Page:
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Global DNS Threat Report 2019 (Network Security)

Average DNS Attack Cost Rises by 19% to $814,150 in APAC!

   

New EfficientIP report, in partnership with IDC, 2019 shows a 34% increase in attacks globally. The 2019 Global DNS Threat Report research was conducted by IDC from January to April 2019. The results are based on 904 respondents in three regions – North America, Europe and the Asia Pacific. Respondents included CISOs, CIOs, CTOs, IT Managers, Security Managers and Network Managers.

EfficientIP, a leading specialist in DNS security for service continuity, user protection and data confidentiality, today announced the results of its 2019 Global DNS Threat Report, sponsored research conducted by market intelligence firm IDC. Over the past year globally, organizations faced an average 34% increase to 9.45 DNS attacks, costing one in five businesses more than $1 million per attack, and alarmingly causing app downtime for 63% of those attacked. In the Asia Pacific, the cost per DNS attack was the highest in Singapore amounting close to $924,750 and increasing by 30% and 62% of APAC organizations suffered application downtime

Some of the other eminent regional findings reveal that DNS attack related business losses within APAC were highest in Malaysia leading with 35% followed by Singapore with 32% and India suffering the least at 20%. With the average cost of DNS attack significantly rising in Asia by 19% as compared to last year, on an average, companies in Asia have losses to the tune of $814,150 dollars with 45% companies suffering brand damage. 

Issues highlighted by the study, now in its fifth year, include the cost of DNS attacks increasing by 49% globally to reach $1,070,000, and the evolving popularity and broad range of attack types, from volumetric to low signal. Methods of attack include phishing, 47%, malware-based attacks, 39%, and old-school DDoS, 30%.

Also highlighted were the greater consequences of not securing the DNS against all possible attacks. No sector was spared, leaving organizations open to a range of advanced effects from compromised brand reputation to losing business. 

Romain Fouchereau, Research Manager European Security at IDC, says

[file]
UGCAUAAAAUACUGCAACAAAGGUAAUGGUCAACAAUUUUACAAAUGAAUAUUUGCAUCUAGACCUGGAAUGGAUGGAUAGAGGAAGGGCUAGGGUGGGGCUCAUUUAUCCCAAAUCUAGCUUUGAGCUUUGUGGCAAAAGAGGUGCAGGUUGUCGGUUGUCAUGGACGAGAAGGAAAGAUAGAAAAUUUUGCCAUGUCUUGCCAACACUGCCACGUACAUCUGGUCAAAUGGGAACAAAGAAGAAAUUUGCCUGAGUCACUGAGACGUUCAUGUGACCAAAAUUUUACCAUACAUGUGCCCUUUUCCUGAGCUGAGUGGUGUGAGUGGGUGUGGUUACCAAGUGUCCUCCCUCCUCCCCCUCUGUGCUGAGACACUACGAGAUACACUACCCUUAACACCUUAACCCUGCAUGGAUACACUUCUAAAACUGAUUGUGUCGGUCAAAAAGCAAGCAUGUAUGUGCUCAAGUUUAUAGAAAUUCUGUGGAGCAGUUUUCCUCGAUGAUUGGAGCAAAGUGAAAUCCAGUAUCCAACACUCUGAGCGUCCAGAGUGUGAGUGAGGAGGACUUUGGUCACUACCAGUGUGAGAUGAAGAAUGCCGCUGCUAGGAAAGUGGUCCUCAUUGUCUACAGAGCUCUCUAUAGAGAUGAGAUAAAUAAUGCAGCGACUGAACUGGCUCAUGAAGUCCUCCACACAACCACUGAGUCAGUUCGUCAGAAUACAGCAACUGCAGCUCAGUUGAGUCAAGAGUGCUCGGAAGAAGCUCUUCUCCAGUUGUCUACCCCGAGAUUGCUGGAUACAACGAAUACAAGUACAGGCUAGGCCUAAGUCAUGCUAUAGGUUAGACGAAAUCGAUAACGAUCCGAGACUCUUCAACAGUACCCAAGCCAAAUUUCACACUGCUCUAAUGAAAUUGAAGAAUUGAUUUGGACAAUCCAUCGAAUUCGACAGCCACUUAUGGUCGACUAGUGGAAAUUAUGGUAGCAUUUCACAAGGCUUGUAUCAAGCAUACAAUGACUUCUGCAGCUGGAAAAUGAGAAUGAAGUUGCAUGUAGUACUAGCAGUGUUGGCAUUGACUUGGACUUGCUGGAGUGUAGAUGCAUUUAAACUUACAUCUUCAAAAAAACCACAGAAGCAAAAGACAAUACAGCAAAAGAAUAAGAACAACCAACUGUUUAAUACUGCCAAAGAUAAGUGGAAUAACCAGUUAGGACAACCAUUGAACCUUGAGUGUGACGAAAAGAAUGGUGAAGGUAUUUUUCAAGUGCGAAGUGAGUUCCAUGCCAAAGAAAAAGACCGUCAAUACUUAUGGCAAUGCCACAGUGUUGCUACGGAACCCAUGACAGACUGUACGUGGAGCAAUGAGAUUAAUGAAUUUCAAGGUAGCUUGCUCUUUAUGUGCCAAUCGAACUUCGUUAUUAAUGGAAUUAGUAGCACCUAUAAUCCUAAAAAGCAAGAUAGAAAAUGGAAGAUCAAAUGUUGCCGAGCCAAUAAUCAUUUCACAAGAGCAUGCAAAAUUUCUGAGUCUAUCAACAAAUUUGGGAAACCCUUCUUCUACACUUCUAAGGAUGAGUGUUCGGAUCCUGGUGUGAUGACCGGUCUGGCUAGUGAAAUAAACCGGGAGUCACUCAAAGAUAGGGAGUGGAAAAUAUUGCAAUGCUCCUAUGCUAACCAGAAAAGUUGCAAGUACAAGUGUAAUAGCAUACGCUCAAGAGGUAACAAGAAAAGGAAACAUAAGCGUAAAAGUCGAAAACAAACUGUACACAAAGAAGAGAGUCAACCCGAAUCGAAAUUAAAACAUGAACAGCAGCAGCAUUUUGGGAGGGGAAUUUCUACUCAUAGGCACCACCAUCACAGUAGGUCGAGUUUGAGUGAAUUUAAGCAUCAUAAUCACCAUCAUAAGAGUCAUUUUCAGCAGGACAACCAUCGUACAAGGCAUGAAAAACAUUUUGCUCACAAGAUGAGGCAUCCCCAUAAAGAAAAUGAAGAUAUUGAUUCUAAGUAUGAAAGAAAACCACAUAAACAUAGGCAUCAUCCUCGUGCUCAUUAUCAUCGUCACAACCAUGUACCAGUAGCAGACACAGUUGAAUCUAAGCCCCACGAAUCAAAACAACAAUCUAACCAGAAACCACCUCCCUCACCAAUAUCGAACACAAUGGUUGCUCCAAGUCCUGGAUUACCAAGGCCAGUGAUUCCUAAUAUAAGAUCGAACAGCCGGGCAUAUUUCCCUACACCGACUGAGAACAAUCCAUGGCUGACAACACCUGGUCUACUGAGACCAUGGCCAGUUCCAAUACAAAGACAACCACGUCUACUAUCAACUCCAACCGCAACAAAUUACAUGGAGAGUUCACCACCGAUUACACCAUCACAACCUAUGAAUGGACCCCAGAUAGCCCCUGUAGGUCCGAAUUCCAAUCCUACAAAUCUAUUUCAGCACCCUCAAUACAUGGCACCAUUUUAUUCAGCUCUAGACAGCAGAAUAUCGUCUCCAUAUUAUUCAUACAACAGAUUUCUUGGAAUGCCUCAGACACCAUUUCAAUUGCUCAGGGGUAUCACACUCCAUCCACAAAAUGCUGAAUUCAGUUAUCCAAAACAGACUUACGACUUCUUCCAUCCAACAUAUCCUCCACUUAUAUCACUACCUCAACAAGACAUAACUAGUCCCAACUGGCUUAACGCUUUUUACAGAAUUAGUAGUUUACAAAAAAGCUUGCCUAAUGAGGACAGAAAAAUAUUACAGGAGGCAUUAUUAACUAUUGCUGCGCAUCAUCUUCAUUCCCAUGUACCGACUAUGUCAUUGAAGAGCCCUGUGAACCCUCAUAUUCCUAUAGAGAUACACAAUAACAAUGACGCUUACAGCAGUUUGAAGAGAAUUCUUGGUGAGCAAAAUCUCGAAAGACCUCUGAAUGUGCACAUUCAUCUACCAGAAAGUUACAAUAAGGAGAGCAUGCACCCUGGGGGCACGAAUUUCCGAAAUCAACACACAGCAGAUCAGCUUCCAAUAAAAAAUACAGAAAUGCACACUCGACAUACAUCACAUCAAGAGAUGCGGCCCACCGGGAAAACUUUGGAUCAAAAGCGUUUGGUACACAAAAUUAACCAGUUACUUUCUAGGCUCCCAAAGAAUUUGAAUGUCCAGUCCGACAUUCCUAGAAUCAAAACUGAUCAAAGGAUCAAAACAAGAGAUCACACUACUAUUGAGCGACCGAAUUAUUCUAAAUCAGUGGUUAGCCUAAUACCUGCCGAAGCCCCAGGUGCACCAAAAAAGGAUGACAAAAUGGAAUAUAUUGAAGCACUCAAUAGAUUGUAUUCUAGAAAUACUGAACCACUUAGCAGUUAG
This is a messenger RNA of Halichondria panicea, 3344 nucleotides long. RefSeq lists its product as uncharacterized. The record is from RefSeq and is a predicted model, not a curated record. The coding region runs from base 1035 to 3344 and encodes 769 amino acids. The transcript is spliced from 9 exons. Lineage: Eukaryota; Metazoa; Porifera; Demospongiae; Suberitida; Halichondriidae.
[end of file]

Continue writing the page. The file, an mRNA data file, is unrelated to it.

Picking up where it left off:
“With an average cost of $1m per attack and a constant rise in frequency, organisations just cannot afford to ignore DNS security and need to implement it as an integral part of the strategic functional area of their security posture to protect their data and services.”

DNS is a central network foundation which enables users to reach all the apps they use for their daily work. Most network traffic first goes through a DNS resolution process, whether this is legitimate or malicious network activity. Any impact on DNS performance has major business implications. Well-publicized cyber-attacks such as WannaCry and NotPetya caused financial and reputational damage to organizations across the world. The impact caused by DNS-based attacks is as important due to its mission-critical role. 

The top impacts of DNS attacks ? damaged reputation, business continuity and finances 

Three-in-five, 62%, of organizations suffered application downtime, 45% had their websites compromised, and one-quarter, 28%, experienced business downtime as a direct consequence. These could all potentially lead to serious NISD (Network and Information Security Directive) penalties. In addition, one-quarter, 28%, of businesses had lost brand equity due to DNS attacks in the Asia Pacific. 

Data theft via DNS continues to be a problem. To protect against disruption, organizations are prioritizing securing network endpoints, 31%, and looking for better DNS traffic monitoring, 29%.

David Williamson, CEO of EfficientIP summarized the research “While these figures are the worst we have seen in five years of research, the good news is that the importance of DNS is at last being widely recognized by businesses. Mainstream organizations are now starting to leverage DNS as a key part of their security strategy to help with threat intelligence, policy control and automation, thus building a good foundation for their zero-trust plan.”

Detailed Findings